Illustrations, Famous American Belles

Mary Triplett

Emily Marshall (Mrs. William Foster Otis). From portrait painted by Chester Harding in 1830; owned by her daughter, Mrs. Samuel Eliot, of Boston, by whose permission it is here reproduced for the first time in colors. Marcia Burns (Mrs. John Peter Van Ness). From miniature by James Peale, painted in 1797; owned by the Corcoran



New York as a Social Center

The women who, both at home and abroad, are regarded as the leaders of American society in these last days of the century are or have been, almost without exception, at some time in their career identified with New York. Though there is no city in the United States that fills the central position which



Mary Victoria Leiter, Baroness Curzon of Kedleston

Mary Victoria Leiter

For the second time within the century an American woman has risen to viceregal honors. Mary Caton, the granddaughter of Charles Carroll of Carrollton and the widow of Robert Patterson, of Baltimore, through her marriage, in 1825, to the Marquis of Wellesley, who was at the time Viceroy of Ireland, went to reign a queen



Nellie Hazeltine, Mrs. Frederick W. Paramore

Nellie Hazeltine

Among the members of the graduating class at Mary Institute, St. Louis, in the year 1873, was a young girl who, in addition to the bright mind and intellectual ambition she had already manifested, was endowed with so extraordinary a physical beauty and so lovable a character that much of the brilliancy of her life



Mattie Ould, Mrs. Oliver Schoolcraft

Mattie Ould

In the vicinity of one of Richmond’s fashionable schools there was often seen on winter afternoons, in the late sixties, a group of young girls, who possessed far more than the usual attractiveness that belongs ever to health and youth. Two, at least, Lizzie Cabell and Mary Triplett, were singularly beautiful. The third, a tall,



Kate Chase, Mrs. William Sprague

Kate Chase

There was a name in America a little more than a generation ago that possessed a power amounting almost to enchantment, the name of Kate Chase, a woman who holds a unique place in both the political and social history of this century. The story of her life, between the high lights of its early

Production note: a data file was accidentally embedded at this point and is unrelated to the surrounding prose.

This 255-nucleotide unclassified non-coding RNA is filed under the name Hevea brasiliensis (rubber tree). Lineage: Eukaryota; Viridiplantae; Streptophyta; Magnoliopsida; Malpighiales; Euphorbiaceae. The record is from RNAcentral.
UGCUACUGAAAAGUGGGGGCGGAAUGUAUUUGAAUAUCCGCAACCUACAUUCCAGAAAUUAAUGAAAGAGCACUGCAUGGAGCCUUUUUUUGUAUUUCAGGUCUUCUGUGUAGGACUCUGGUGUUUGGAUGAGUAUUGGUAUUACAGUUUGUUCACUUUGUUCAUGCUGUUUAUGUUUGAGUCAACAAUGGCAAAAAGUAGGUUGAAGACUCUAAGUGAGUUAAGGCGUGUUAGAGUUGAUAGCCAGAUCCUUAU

Emilie Schaumburg, Mrs. Hughes-Hallett

Emilie Schaumburg

Every Philadelphia girl who has hoped to be a belle during this last quarter of the century, and even many who have been without social aspirations, have been brought up on traditions of Emilie Schaumburg. Yet so eminent was the place she held in the old city whose standard of belleship had been fixed far



Adele Cutts, Mrs. Robert Williams

Adele Cutts

During the four years that Franklin Pierce presided over the nation so many beautiful women came prominently before the public at the capital that his was called the “beauty administration.” Many were the wives and daughters of men in high official position, but the fame of none exceeded that of the daughter of James Madison



Harriet Lane, Mrs. Henry Elliott Johnston

Harriet Lane

Of the men who have filled the Presidential chair of the United States, about none as about James Buchanan has romance hung that halo which in his case tends but to throw into bolder relief the substantial side of his character. Men of more dash, of more picturesque individuality have filled that high office than



Sallie Ward, Mrs. George F. Downs

Sallie Ward

One of those extraordinary women which the world from time to time produces, who rise to eminence solely through the force of their own personality, was born in America as the nineteenth century was rounding out its first quarter. Known all her life throughout the entire country, she was one of the most conspicuous figures



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